Visits to South Africa from international tourists are often incomplete without a trip to Kruger National Park – one of the country’s biggest natural attractions.
The 2-million-hectare park is home to the Big Five together with thousands of bird and animal species that roam freely. While platforms such as Latest Sightings share the mind-blowing interactions and ways of life of the Park’s animals, nothing beats seeing nature at its best for yourself while on a game drive or by foot.
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Apart from being a reserve for SA’s rich and abundant natural heritage, the park also has sites of historic and archaeological value such as the Albasini ruins which are the archaeological remains of a trading post built in 1845, 500-year-old Thulamela site, and a late Iron Age site called Masorini.
Managed by South African National Parks (SANParks), Kruger offers visitors authentic bush experiences. While luxury accommodation and game drives are available, explorers can be fully immersed in the raw wilderness of the Park by staying in rustic camps with only the bare essentials and opt for guided walking trails through the remote bush.
ALSO SEE: Kruger Quick Guide: A first-timer’s guide to SA's iconic wildlife destination
These experiences and attractions, among the marvel of nature itself, have earned the Park a nomination in the 2018 World Travel Awards in the category Africa’s Leading National Park. The Awards, which serves a hallmark of travel industry excellence, rewards the best facilities, businesses and destinations across sectors of the travel, tourism and hospitality industries.
The public can vote for the nominees until midnight on 19 August 2018. The Africa and Indian Ocean segment of the Awards ceremony is set to take place in Durban, for the third time, on 6 October 2018.
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Other nominees for Africa’s Leading National Park come from all corners of the continent and irrespective of which park wins the award, they all prove that Africa is abound with natural beauty and heritage that the world needs to see and experience.
Take a look at the nominated parks throughout Africa that prove why #AfriTravel should be high on your agenda.
Botswana does not believe in fencing in wild animals and has zero-tolerance for hunting – perhaps this is why it flourishes in an abundance of nature, making it the perfect escape for nature-lovers, and ideal for a bush-break.
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Central Kalahari is the largest game reserve in Botswana, covering 52 800 square km. While it boasts rich wildlife, what also makes this reserve special is that it was originally developed in 1961 as a sanctuary for the San people to continue their traditional hunter-gatherer way of life without being influenced by the rest of the world.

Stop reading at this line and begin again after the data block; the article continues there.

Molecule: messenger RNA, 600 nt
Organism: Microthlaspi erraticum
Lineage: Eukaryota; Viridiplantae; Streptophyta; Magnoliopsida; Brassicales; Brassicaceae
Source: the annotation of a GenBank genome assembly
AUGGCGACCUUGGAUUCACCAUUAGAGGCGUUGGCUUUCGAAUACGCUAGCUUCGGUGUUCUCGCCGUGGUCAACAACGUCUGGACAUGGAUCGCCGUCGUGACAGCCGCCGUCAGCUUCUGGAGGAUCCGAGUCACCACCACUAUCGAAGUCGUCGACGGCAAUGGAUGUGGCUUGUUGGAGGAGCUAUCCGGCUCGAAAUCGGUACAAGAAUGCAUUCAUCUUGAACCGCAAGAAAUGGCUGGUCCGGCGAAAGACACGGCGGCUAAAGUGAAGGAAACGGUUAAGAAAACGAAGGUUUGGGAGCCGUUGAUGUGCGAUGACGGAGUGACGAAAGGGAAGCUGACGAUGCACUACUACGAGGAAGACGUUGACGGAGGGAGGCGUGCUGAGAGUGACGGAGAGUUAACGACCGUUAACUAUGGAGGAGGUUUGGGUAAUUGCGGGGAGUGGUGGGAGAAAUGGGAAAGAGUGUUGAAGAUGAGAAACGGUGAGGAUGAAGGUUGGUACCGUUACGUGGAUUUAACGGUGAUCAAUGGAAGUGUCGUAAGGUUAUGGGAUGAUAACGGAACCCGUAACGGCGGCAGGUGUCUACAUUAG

Etosha National Park is dominated by a massive salt pan – which can actually be seen from space –that was formed around 1000 million years ago.
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The pan rarely has water – which is supplied mostly from rainfall but quickly evaporates. Verges of the lake are covered with trees and grass, and together with springs providing water, attract abundant species of animals and birds which live around the pan.
Click here to book a 12-day Namibian adventure that includes a visit to Etosha National Park.
ALSO SEE: Spectacular Namibia: Adventuring along Skeleton Coast, Damaraland and Etosha
Uganda’s most isolated national park, Kidepo consists of varying landscapes from semi-arid valleys, savannah and mountain ranges.
It is home to over 77 mammal species and about 475 bird species which are best spotted in the dry season around the Narus Valley’s wetlands and pools.
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The annual wildebeest migration that sees over 1.5 million animals arriving in July and departing in November is a spectacle in its own right worth trekking to Kenya to witness.
If that’s not enough, some 95 species of mammals, amphibians and reptiles and over 400 bird species make Masai Mara National Park their home – certainly cementing this park one of Africa’s wildlife havens.
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Be on the other side of the wildebeest migration at Serengeti National Park which welcomes the animals at the southern end of the Serengeti Ecosystem where they are expected to give birth to about 500 000 calves.
A bird-lover’s paradise, the park has over 518 identified bird species - some of which are Eurasian migrants from October to April. The Park boasts a high concentration of large mammals and is believed to be home to 2 500 lions.
A hot air balloon trip is one of the exciting ways to explore the vast landscape and its inhabitants, but visitors may also book guided tours to see wildlife, Mount Kilimanjaro and the Masai cultural village.
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